Date: 2021-05-14 | Source code
An EFI bootkit that hooks into the Windows boot process to zero out SMBIOS serials and then cleverly swaps disk dispatch to point to a gadget that will cause it to error out on serial number reads.


Date: 2020-12-20 | Source code
Windows client SKUs have an artificial limit that disallows multiple users from using RDP to connect to the system. This was a simple program that patched the limitation. Unlike others in the past, it downloaded debug symbol files from the Microsoft Debug Symbol server, ensuring it worked on any recent Windows version and future updates.


Date: 2020-10-18 | Source code
While messing with EFI runtime services hooks, I noticed a memory leak in the Windows kernel. I found exactly where it is leaking and then complained about it on Twitter, where someone from the Microsoft developer team noticed and fixed it in the next insider Windows release.


Date: 2020-08-01 | Source code
Patch for the Linux kernel that added TSC offsetting to the KVM SVM implementation. At the time, it allowed games with kernel-mode anti-cheat to run inside the VM, despite their efforts to detect hypervisors. It worked only against simple timing checks, though, and was quickly patched.


Date: 2020-07-25 | Source code
My first attempt at creating a fully-fledged HWID spoofer that would change all serial numbers required to bypass HWID related bans on, at that time, the most popular anti-cheats. Unlike other spoofers at the time, which only zeroed out entire SMBIOS, this one actually parsed the SMBIOS tables and modified only the relevant data. However, my 16-year-old self did not manage the edge cases well, so it did not perform reliably on all systems. Additionally, it statically changed cached disk serials and faked the disabling of S.M.A.R.T. (which was also used to query serials).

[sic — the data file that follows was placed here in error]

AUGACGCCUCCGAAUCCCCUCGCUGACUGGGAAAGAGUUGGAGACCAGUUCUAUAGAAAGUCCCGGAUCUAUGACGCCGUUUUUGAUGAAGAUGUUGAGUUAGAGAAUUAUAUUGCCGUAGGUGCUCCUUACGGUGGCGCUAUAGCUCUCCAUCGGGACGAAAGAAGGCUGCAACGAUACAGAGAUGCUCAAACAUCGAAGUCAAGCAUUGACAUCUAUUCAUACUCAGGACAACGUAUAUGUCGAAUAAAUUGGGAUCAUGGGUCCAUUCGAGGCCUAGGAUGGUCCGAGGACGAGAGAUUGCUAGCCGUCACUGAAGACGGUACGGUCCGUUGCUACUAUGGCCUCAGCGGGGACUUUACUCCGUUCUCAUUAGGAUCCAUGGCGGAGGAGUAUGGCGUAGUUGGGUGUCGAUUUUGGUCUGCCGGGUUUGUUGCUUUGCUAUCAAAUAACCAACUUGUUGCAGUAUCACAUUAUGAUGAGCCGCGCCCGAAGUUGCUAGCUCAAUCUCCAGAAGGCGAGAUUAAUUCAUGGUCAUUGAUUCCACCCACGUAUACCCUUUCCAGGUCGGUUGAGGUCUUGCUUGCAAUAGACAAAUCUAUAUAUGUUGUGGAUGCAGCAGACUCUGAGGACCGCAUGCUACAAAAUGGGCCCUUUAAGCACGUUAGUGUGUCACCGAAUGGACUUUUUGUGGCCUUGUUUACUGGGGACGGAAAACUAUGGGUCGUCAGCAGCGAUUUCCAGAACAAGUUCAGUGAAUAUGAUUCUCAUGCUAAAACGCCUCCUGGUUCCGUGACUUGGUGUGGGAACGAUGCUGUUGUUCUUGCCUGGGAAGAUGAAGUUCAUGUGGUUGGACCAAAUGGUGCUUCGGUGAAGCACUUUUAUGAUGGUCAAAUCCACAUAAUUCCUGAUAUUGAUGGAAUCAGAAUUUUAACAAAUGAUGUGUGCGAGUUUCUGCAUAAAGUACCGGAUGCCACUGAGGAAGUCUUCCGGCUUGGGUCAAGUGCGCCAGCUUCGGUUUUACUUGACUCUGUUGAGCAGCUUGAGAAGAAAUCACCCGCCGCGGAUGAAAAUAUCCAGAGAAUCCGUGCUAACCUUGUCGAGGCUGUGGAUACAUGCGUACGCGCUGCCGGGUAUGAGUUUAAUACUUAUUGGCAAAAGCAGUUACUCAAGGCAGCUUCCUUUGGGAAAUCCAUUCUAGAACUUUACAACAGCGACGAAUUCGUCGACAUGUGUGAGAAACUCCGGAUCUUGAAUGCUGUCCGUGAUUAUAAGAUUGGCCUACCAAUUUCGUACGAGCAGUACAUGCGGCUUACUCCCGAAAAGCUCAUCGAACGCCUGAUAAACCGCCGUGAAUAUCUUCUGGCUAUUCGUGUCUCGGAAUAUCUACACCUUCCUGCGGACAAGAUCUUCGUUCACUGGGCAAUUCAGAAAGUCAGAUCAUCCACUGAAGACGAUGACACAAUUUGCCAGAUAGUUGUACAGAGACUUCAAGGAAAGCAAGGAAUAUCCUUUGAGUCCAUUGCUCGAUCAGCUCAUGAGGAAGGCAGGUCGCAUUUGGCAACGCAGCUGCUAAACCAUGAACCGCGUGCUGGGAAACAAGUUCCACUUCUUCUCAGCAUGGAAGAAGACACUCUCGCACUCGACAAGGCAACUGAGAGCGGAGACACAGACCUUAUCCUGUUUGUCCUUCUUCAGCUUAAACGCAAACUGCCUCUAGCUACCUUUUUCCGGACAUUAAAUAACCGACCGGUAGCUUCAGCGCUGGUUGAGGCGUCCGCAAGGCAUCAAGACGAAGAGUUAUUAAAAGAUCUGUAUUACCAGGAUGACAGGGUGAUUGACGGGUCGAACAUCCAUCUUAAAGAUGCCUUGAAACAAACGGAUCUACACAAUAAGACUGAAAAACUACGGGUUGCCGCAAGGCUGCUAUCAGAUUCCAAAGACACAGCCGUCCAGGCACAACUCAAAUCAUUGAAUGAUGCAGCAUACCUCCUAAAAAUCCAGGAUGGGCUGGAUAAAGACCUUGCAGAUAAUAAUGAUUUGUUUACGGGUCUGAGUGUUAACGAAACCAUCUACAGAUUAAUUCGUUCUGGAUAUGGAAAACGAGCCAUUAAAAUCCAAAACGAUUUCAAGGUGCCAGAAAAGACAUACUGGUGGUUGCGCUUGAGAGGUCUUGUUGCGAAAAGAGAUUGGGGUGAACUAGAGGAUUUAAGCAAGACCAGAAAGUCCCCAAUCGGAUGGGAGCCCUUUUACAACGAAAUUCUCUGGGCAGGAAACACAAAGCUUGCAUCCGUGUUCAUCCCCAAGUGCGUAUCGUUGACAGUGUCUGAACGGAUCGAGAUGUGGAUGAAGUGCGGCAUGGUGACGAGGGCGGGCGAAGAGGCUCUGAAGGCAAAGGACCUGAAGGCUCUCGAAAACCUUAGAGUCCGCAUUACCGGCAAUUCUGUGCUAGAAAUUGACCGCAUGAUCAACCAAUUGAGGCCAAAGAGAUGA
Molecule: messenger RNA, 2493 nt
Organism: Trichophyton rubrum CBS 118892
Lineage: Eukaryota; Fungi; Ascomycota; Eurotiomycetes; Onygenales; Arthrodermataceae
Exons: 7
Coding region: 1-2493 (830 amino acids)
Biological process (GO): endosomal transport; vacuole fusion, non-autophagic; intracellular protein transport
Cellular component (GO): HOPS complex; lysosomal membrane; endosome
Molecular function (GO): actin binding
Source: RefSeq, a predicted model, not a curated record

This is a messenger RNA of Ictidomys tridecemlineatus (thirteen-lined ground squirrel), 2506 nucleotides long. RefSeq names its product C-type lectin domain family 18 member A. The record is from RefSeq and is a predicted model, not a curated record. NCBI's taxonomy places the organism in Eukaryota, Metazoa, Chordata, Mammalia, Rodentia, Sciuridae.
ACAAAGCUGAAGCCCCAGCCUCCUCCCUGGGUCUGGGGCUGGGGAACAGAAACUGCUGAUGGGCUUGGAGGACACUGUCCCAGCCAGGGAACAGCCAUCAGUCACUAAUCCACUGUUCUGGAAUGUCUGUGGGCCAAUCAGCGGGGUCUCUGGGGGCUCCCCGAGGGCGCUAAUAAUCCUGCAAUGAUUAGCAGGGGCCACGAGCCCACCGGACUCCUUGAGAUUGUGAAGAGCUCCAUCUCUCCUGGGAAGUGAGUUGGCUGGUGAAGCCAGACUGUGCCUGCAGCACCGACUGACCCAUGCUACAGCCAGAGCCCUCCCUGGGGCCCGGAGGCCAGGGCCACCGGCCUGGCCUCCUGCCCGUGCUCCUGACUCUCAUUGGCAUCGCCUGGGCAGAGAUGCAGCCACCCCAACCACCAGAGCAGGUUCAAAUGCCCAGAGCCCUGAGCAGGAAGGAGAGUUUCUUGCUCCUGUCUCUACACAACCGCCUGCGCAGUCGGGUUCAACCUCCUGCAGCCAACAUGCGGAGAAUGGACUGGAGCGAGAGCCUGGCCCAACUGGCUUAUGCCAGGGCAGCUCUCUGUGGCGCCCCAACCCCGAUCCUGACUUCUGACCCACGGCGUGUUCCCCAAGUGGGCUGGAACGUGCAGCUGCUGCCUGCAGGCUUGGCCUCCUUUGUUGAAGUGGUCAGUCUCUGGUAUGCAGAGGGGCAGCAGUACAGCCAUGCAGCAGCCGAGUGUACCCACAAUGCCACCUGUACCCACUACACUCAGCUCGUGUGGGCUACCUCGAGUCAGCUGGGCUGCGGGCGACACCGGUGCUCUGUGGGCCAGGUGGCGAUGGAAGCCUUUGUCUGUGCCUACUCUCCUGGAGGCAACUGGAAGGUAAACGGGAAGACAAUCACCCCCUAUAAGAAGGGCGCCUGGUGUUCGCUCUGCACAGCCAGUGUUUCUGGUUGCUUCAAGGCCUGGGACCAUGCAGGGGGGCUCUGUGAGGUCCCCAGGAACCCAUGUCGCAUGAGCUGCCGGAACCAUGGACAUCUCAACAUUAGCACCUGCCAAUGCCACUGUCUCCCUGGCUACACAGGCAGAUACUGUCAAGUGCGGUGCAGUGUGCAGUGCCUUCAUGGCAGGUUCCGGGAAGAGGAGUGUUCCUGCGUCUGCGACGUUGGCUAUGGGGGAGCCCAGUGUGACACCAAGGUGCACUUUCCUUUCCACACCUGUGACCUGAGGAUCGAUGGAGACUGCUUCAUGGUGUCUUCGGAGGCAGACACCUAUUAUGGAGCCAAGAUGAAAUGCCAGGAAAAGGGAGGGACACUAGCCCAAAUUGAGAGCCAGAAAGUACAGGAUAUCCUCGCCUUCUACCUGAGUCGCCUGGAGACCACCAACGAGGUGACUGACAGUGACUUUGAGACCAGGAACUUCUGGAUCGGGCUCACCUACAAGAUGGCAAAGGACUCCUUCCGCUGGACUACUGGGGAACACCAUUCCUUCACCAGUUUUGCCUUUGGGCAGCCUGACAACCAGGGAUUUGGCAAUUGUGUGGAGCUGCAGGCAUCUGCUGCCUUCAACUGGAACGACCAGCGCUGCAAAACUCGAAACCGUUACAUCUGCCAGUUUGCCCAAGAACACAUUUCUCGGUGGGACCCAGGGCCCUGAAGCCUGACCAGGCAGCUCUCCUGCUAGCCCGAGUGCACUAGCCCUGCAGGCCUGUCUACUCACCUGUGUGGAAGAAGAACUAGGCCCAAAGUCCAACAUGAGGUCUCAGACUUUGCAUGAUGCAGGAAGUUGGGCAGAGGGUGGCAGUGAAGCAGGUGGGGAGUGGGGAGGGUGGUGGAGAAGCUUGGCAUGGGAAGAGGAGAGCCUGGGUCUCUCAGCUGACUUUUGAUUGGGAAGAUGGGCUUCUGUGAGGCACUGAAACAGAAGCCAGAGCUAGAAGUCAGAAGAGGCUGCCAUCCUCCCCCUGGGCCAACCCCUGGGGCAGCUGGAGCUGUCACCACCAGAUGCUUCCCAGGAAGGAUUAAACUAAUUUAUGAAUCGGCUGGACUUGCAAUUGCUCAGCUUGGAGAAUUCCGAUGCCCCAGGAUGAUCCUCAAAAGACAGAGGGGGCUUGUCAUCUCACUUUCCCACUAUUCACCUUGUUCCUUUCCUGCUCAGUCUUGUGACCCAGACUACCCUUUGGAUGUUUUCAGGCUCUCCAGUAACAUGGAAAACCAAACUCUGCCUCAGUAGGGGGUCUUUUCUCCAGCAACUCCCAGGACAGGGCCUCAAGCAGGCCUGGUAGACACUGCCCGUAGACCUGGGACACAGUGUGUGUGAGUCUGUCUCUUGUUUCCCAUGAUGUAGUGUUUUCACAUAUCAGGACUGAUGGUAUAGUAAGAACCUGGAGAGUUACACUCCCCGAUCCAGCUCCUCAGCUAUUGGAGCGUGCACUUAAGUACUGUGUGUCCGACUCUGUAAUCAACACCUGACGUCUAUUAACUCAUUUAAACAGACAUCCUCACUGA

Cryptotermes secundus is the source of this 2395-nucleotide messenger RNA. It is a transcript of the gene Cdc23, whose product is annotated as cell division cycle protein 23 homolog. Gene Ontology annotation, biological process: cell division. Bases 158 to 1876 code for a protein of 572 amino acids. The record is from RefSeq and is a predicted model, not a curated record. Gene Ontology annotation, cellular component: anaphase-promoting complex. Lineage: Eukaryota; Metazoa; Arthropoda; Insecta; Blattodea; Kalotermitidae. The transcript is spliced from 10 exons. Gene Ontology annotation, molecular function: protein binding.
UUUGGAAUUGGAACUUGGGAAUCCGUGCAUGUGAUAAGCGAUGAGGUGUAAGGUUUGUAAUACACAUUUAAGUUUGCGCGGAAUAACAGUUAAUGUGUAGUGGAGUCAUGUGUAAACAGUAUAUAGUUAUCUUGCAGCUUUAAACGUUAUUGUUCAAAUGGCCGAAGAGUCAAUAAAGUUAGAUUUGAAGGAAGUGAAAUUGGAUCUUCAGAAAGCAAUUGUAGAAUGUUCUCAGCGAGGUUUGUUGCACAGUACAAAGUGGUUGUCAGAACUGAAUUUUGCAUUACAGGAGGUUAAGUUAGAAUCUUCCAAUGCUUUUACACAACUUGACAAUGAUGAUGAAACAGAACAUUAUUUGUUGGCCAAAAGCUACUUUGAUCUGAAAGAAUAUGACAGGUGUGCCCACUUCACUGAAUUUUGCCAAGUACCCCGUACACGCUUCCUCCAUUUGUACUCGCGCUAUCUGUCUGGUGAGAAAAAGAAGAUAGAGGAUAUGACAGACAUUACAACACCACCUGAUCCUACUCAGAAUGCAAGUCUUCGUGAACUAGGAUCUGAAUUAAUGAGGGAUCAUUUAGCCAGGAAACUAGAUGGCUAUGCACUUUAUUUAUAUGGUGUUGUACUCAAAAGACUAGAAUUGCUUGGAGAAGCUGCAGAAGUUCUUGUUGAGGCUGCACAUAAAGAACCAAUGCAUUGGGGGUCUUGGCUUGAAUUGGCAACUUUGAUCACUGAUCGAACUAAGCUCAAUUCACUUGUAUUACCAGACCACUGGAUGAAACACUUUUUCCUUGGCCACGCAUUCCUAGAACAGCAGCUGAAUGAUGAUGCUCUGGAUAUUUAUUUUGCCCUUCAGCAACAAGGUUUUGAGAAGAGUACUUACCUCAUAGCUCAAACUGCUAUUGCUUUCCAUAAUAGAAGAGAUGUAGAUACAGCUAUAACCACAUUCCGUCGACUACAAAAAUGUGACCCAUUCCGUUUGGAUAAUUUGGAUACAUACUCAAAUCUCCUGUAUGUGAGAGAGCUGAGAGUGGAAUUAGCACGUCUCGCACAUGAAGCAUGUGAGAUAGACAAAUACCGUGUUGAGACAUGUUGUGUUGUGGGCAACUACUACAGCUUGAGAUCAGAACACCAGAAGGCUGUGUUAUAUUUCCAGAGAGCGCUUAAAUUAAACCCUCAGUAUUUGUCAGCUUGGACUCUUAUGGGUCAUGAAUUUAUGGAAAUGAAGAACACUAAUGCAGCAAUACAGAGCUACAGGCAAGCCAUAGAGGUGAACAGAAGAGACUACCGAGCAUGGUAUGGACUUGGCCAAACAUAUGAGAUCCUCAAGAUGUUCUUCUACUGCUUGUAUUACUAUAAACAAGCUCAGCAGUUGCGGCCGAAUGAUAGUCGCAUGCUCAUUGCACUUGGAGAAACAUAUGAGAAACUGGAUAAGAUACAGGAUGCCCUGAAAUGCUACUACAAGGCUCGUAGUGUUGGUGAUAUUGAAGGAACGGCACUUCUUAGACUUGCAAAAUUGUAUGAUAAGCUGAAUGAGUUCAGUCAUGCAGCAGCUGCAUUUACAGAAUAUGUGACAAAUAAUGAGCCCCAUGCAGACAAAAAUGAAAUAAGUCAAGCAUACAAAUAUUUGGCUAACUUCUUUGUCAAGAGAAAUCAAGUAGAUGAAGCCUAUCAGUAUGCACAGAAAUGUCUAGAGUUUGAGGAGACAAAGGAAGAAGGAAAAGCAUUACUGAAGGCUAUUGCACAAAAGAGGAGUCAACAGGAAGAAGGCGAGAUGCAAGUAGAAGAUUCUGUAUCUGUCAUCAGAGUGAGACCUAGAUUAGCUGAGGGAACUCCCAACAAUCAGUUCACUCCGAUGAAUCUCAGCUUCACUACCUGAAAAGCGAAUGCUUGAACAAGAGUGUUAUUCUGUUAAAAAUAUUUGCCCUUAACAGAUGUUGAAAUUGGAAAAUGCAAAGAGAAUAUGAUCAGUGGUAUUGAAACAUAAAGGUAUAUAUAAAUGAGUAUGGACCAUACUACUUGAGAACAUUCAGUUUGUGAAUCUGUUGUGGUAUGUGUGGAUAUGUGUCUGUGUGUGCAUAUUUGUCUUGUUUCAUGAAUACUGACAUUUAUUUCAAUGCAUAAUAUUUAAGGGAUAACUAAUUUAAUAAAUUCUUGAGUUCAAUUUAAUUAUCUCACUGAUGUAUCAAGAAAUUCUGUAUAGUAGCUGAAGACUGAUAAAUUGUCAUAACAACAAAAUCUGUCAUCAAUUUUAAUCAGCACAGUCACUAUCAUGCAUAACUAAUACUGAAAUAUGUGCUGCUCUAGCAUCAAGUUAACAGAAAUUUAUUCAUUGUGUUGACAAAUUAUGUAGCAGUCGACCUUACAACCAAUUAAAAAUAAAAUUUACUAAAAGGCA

Date: 2020-06-03 | Source code
Many years ago, I attempted to Hackintosh my laptop so I could run Xcode. I remembered that the bootloader I used modified the SMBIOS tables to present the system as a Mac. Similarly, I created an EFI application for SMBIOS patching, but instead of disguising the computer as a Mac, it randomized its serial numbers to bypass HWID bans.


Date: 2020-05-10 | Source code
A simple .NET WinForms application to add a context menu entry for uploading files to VirusTotal. It was referenced in the official VirusTotal documentation. Repository was fully reset and recoded multiple times.


Date: 2020-07-13 | Source code
Similarly to the previous project, this one also hooked EFI runtime services, but this time not to manual map kernel mode driver, but to directly call system APIs to copy memory between processes (dumping memory of the main executable).


Date: 2020-04-13 | Source code
One of the first projects that actually got some recognision. When I made it, I was 16 years old and just getting into the game hacking scene. It didn’t really introduce anything new, it was mostly based on the EfiGuard project’s idea of hooking EFI runtime services and then utiliting that hook for manual mapping kernel mode driver instead of using vulnerable driver. It was published right around time the game hacking community started exploring possibilities of EFI bootkits so that was most likely why it gained traction.